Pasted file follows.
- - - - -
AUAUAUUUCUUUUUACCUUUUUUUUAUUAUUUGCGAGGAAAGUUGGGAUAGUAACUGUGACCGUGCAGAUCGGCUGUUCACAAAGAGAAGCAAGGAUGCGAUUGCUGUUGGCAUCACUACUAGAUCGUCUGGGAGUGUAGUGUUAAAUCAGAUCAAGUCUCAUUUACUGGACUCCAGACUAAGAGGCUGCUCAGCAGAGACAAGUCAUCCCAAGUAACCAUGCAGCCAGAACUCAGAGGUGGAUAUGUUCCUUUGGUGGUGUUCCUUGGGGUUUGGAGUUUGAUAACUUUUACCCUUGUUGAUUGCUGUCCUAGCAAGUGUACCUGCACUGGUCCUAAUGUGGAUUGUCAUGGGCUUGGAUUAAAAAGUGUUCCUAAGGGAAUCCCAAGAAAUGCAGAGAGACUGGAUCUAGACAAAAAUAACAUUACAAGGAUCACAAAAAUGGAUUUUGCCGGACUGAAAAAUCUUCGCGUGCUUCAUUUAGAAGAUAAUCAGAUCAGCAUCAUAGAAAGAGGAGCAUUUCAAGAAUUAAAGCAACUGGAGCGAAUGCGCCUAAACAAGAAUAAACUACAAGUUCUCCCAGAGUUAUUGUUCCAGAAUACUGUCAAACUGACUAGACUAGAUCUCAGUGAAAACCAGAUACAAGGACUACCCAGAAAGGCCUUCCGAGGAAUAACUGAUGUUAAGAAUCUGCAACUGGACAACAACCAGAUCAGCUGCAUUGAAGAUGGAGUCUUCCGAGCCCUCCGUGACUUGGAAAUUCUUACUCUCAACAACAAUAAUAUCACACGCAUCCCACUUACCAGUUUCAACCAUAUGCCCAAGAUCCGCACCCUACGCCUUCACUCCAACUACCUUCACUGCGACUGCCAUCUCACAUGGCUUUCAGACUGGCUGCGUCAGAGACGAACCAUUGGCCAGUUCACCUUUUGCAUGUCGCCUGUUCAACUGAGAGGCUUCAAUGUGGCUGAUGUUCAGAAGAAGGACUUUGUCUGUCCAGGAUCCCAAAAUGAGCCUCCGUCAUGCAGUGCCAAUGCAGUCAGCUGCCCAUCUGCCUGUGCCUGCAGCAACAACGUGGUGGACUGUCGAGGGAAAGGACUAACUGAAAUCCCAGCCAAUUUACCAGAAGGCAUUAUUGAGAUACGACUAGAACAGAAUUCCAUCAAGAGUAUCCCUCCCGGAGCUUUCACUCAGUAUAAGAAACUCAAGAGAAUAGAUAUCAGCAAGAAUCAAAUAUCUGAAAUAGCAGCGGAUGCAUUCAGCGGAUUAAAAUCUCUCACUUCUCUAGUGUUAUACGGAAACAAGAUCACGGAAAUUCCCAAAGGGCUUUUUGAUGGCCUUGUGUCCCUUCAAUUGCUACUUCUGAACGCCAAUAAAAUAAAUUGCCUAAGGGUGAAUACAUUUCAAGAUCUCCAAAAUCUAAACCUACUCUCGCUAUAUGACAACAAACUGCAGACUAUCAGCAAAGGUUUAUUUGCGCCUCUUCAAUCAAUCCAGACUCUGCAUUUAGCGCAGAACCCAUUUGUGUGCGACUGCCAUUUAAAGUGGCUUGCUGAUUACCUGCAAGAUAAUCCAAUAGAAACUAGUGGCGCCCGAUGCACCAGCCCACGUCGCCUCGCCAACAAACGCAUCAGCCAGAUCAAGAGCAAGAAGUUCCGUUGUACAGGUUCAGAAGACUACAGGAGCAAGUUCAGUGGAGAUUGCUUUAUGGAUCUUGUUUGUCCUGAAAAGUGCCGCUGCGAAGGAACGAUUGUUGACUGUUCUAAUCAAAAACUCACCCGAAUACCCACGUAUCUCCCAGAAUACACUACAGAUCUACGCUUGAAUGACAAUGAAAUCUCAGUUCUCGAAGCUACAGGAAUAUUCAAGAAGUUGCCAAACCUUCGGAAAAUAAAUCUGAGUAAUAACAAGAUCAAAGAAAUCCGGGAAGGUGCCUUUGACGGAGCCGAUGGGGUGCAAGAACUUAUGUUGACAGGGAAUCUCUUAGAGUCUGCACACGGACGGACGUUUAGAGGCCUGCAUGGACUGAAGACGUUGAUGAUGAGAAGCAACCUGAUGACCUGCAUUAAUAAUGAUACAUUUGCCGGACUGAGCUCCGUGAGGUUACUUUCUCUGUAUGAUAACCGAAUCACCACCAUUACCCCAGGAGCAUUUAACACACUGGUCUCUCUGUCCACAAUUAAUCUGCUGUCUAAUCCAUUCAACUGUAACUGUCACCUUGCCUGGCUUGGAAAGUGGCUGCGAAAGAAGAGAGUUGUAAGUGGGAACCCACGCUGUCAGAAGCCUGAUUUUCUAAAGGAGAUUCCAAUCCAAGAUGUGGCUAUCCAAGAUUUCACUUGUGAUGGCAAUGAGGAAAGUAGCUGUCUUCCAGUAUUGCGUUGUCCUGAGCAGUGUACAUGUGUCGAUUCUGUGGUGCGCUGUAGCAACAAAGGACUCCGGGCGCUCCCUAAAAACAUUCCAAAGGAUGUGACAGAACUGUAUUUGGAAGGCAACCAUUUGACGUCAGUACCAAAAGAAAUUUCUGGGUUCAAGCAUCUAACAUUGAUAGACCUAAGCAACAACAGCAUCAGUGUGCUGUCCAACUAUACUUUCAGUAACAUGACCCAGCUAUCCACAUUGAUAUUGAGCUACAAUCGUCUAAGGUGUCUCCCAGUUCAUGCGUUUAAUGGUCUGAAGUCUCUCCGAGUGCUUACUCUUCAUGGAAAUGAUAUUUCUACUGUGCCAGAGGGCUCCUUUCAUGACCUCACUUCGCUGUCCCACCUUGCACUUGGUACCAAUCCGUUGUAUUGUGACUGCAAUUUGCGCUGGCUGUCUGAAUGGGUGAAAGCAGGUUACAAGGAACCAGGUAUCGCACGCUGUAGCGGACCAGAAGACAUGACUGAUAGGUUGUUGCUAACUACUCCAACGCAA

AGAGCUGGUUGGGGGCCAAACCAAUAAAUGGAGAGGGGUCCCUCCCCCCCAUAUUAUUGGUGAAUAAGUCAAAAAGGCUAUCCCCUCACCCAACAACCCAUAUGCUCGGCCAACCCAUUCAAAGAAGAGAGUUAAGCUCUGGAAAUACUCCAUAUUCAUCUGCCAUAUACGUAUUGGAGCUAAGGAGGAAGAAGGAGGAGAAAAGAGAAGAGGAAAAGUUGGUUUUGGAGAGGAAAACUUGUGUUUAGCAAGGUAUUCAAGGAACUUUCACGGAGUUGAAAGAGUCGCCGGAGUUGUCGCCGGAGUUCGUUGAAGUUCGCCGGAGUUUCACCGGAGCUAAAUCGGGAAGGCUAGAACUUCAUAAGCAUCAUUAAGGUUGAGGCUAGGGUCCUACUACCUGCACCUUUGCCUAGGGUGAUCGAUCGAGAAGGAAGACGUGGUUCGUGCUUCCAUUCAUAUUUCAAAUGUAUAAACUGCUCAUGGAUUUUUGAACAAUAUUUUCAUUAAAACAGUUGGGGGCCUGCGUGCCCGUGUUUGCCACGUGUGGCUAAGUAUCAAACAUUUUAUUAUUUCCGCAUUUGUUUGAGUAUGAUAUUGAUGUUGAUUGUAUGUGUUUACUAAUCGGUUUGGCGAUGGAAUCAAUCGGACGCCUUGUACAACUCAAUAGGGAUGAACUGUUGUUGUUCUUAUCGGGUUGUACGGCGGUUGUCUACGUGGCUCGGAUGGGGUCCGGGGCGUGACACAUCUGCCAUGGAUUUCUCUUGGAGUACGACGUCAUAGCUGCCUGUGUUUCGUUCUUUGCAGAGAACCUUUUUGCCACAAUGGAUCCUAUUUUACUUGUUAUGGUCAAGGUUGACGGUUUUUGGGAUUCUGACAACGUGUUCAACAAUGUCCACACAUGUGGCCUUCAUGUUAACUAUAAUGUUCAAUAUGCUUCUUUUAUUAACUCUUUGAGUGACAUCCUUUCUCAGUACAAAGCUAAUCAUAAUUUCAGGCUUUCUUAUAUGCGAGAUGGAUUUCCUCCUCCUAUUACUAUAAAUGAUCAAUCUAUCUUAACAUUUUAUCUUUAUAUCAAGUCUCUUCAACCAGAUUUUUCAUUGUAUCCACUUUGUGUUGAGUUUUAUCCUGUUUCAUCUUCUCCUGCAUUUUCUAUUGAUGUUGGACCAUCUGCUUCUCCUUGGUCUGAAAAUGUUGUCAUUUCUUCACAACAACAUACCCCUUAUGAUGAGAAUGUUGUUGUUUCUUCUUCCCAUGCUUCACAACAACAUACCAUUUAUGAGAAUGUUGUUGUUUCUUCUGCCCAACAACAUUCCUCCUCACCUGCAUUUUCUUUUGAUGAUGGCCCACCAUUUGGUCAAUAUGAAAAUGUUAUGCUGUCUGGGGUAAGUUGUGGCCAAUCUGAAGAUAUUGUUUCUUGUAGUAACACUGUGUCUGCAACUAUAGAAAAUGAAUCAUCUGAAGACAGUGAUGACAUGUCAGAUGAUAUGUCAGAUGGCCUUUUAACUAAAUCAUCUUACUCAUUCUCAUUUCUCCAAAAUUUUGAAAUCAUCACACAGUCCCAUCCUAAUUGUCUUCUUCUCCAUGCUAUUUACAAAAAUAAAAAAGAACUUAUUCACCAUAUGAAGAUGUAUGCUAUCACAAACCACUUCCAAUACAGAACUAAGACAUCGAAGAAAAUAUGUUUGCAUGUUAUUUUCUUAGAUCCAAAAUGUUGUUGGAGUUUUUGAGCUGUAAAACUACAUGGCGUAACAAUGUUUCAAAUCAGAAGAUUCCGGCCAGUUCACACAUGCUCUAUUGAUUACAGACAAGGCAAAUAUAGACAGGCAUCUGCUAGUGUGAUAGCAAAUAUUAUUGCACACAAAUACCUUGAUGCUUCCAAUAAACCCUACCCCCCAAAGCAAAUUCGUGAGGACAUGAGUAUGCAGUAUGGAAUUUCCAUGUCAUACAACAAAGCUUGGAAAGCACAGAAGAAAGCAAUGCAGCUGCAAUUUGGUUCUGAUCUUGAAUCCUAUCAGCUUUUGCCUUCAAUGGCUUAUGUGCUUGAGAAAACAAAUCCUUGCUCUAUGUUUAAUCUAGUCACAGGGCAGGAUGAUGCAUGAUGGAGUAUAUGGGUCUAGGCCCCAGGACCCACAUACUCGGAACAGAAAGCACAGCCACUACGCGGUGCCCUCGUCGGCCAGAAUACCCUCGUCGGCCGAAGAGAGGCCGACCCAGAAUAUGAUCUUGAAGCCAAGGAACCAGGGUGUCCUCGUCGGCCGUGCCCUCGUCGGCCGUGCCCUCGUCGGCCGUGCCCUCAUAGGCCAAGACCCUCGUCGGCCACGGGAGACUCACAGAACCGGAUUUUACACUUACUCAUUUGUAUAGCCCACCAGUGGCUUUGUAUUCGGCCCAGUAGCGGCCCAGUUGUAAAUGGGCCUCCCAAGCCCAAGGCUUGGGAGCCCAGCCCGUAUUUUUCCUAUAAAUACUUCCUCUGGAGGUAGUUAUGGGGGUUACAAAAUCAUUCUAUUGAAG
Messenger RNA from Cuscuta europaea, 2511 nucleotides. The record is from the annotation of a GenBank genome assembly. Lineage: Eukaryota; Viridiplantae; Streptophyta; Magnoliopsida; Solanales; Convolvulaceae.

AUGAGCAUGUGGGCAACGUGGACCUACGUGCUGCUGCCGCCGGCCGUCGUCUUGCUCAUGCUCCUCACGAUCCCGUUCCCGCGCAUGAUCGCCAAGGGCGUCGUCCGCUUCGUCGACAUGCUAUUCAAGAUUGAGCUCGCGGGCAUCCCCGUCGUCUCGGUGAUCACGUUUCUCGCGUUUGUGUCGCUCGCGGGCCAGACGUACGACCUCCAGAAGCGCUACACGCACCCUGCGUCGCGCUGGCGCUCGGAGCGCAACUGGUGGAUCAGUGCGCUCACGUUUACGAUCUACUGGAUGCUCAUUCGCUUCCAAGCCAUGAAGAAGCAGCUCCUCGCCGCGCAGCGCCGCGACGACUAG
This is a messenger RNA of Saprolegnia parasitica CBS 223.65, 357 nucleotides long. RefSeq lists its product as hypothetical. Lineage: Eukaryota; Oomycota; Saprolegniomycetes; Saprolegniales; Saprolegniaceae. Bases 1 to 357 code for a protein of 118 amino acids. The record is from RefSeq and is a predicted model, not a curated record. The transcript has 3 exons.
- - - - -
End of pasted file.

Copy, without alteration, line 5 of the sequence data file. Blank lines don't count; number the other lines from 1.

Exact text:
This is a messenger RNA of Saprolegnia parasitica CBS 223.65, 357 nucleotides long. RefSeq lists its product as hypothetical. Lineage: Eukaryota; Oomycota; Saprolegniomycetes; Saprolegniales; Saprolegniaceae. Bases 1 to 357 code for a protein of 118 amino acids. The record is from RefSeq and is a predicted model, not a curated record. The transcript has 3 exons.